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Monthly Archives: March 2017

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Found this hand-made wraught-iron at our local salvage yard (George’s); too small for the window, but too nice to pass up. After a bit of head scratching and measuring, and looking through my dwindling metal scrap, I came up with a solution.

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During the summer I leave the window open and mount a fan in the ceiling access panel to draw cool air in and push the heat out. This takes the worry out of having the window open out there. 

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Sturdy enough for pull-ups!

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My metal cutting blades are all dull, so cutting the steel was loud and took some grinding. Predrilling holes for bolts, then welding it all together. Then a fresh coat of paint. Then mounting it. An afternoon of man-craft.

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The full moon three weeks ago blew in with a hot dry wind, evaporating winter overnight. Nighttime lows have been average daytime highs, with daytime highs 20-30 over, setting many dire records: like 8 days in a row over 70 (prior record was 2 days).

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Our ancient twisty tree flowers early.

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Tulips and hyacinths are in full colors.

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!

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Rain finally in the forecast, so I worked Lucky’s patch with new soil and seed.

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The rain gauge after 24 hours.

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5.5 inches is 1/3 of our annual rainfall in just 24 hours, and two days later 2 1/4 inches more, and two days after that 2 5/8 inches more. Utah’s annual rain average is 14 inches and SLC is 16 inches. 

Bonneville Trout are schooling again! I ramped the studio into wax production and pulled 6 new trout and delivered them to the foundry for rough-casting. They will eventually swim in the new Wilmington Courtyard in Sugarhouse, connecting the street of Wilmington to the Hidden Hollow riparian nature trail. This was greenlit by Salt Lake City, generously allowing City-owned reproduction rights to a private company to fulfill their public art requirement for new construction. It was a great example of public/private coordination to expand public art.

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Wax production area is go!

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Every bit of wax in the studio goes into the melting pot.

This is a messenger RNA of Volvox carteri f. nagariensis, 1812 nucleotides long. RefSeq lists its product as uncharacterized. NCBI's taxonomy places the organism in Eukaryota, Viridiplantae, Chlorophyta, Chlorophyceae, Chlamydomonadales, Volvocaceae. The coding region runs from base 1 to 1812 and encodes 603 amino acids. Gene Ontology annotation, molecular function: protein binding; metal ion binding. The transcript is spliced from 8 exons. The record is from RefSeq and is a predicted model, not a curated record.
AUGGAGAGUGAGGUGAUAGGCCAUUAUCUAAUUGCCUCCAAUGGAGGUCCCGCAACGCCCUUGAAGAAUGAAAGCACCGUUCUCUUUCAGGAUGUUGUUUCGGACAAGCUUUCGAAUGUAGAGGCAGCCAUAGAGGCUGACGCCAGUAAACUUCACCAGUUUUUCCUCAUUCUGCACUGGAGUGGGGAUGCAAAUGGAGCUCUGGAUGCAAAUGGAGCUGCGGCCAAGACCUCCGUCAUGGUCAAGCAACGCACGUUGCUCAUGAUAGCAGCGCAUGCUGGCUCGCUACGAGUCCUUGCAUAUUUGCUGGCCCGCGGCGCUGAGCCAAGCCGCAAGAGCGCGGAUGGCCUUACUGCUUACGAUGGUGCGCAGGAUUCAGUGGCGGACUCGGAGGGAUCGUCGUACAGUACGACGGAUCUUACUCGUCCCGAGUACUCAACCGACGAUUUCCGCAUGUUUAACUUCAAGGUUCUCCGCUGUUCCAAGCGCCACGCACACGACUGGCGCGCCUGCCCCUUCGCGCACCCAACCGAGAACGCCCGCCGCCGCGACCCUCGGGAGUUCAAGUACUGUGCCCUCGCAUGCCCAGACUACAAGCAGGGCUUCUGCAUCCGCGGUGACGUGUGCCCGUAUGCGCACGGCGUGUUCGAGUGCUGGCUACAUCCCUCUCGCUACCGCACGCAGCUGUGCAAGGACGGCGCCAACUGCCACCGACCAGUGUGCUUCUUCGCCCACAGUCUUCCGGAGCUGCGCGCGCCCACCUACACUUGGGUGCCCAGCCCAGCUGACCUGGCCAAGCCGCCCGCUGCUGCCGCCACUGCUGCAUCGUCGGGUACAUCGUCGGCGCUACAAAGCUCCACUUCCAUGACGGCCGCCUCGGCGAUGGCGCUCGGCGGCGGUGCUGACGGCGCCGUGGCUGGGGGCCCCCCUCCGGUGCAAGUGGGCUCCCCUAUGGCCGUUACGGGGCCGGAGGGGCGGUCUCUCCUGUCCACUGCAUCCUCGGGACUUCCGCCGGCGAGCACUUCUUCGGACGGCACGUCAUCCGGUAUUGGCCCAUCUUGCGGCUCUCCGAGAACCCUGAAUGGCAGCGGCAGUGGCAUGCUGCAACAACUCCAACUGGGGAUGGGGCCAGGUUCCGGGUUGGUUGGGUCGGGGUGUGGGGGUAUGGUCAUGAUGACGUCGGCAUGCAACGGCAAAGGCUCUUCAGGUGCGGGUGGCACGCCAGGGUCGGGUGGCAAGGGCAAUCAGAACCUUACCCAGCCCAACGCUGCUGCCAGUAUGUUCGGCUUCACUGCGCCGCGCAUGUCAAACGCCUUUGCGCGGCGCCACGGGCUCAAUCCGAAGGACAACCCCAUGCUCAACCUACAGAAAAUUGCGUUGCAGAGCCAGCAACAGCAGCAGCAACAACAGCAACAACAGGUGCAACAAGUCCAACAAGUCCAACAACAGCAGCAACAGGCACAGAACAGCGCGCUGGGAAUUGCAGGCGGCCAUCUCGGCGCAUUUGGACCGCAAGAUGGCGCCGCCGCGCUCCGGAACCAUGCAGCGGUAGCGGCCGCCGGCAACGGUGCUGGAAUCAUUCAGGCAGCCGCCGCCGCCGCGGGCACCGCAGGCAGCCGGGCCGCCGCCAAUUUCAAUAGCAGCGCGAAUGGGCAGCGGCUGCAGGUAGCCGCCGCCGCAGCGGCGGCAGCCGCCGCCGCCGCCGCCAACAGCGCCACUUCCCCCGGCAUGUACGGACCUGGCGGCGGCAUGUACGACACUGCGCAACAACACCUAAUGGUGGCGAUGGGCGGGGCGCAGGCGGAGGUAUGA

All six fish combined will require at least 40# of wax. Wax costs five times more than when last I ordered, as the manufacturer no longer sells directly (which adds a 50 mile drive just for wax). This set me to gather every broken bit of old sculptures and test-wax forms and in my hunting I discovered twenty-five pounds of wax slab & pouring foundations from creating Orpheus & Eurydice back in 2002. With everything going into the pot I just just just managed to form all 6 fish.

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Building up 8 layers of wax with 1″ chip-brush. Delerium monotaneity ensues.

Christmas Elves sent me gift cards for more power tools and one of them turned out to be the best wax cutting tool ever. It trembles at 26,000 vibrations per minute, and it moves through wax like a cold laser- no more molten wax drips burning a path across the sculpture or over my hands and clothes, no more jamming hot sharp steel into myself for hours on end. Just a few minutes of hornets-nest buzzing and both sides are smooth-seamed and ready to join.

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Curve and recurve sides are created separately then joined- this allows all fish to individually swim.

The halo of wax around the fish keeps the form tight to the mold so it doesn’t shrink and curl. It is that halo that the new tool removes so well. As the side of the mold that forms the outside curve cannot account for the amount of curve variance, I also have to bisect that fish half and shoe-horn in a custom section to take up the gap. In other words, I cut the head off just ahead of the dorsal fin and surgically insert a graft of new fish. This surgery is much easier with the new tool, and the fish hardly even feels it.

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Sides joined, seamed, and set to chill in the shop.

It could be argued that each fish is an original sculpture, rather than an identical version pulled from a common mold. The fish on the floor displays the surgical graft to the midsection, and thumb clamps helping hold the form in place as the hot seams cool.

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Orpheus’ severed head absolved to the abyss.

He guarded his secret cache of wax for 15 years, but his cache and himself went the way of his mythic being, and shared the tragic fate of his public art twin.